Who is a Candidate for Nasal Reconstruction?
Surgery to reconstruct the nose may be required following removal of cancer, for trauma, or for congenital (birth) defects. The goal of nasal reconstruction is to restore both the form and function of the nose.
How is Nasal Reconstruction Performed?
The three-dimensional structure of the nose is formed by three main layers: the inner lining tissue, the middle structural support comprised of bone and cartilage, and the outer covering tissue (skin). Each of these layers may need reconstruction depending on the location, size, shape, and depth of the nasal defect or deformity. In some cases, other surrounding areas of the face including the cheeks, eyelids, or upper lip may also be involved and require reconstruction.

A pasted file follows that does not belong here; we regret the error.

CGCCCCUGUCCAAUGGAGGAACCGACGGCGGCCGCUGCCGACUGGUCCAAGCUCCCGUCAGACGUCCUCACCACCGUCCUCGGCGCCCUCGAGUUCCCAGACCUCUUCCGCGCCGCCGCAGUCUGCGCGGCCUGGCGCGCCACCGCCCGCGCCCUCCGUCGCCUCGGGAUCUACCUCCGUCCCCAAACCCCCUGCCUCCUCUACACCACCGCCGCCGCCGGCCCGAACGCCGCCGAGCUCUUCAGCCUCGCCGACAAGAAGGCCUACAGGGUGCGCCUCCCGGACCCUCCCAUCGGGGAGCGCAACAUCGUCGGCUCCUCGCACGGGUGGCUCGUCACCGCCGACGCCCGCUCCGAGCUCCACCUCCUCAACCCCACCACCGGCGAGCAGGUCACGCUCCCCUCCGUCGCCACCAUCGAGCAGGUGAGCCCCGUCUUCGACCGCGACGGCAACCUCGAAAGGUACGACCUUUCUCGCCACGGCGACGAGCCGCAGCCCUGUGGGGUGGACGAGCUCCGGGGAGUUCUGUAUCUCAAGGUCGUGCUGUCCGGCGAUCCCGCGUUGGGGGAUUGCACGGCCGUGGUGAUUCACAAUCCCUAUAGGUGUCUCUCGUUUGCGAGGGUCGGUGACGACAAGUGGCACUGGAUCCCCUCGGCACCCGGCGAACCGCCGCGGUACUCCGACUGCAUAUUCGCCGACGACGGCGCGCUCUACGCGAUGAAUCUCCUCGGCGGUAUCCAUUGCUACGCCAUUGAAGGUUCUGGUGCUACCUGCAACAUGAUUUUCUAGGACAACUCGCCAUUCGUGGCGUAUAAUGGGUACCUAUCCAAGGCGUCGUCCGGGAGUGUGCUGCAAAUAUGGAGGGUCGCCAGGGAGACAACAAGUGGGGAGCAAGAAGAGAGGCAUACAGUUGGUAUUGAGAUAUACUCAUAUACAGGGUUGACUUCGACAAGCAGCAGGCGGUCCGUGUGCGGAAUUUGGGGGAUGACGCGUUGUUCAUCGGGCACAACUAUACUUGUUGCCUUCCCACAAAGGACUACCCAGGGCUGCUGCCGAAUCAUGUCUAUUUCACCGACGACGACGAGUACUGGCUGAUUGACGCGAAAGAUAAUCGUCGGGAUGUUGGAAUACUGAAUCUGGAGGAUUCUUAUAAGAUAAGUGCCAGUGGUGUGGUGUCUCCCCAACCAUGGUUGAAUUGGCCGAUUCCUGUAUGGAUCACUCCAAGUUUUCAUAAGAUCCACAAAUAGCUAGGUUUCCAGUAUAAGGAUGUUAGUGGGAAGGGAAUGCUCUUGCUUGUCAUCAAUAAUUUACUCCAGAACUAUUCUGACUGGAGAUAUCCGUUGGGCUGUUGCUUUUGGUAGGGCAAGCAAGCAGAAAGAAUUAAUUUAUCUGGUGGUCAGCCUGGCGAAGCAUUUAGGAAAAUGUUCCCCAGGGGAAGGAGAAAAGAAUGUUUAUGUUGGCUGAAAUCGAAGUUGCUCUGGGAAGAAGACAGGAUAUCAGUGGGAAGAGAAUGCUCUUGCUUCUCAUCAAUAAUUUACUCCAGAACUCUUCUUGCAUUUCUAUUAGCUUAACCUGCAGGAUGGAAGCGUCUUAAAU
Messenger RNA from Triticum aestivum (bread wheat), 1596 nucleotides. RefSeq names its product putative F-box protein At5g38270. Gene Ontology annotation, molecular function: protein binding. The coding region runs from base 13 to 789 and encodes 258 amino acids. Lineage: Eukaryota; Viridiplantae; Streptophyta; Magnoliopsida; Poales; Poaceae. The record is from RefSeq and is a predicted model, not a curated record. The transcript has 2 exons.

Understanding the Surgery
Your surgeon may use a variety of surgical techniques to reconstruct the nose depending on the location, size, shape, and depth of the nasal defect or deformity including:
- Suture closure
- Secondary-intention healing
- Skin grafts
- Local flaps
- Regional flaps (cheek or forehead flaps)
- Cartilage grafts
Each of these techniques has advantages and disadvantages, and multiple techniques may be used in combination for some cases.
Small defects can often be reconstructed in a single procedure in Chicago Surgical Specialists’ surgical suite using local anesthesia or under light sedation.
Large defects, involving multiple layers of the nose or larger areas of the nose, may require a staged approach with multiple surgeries over the course of several weeks under general anesthesia. In some cases, it may be necessary to take additional cartilage from the nasal septum, ears, hip or ribs in order to help support the nasal reconstruction and provide a structural framework for the reconstruction.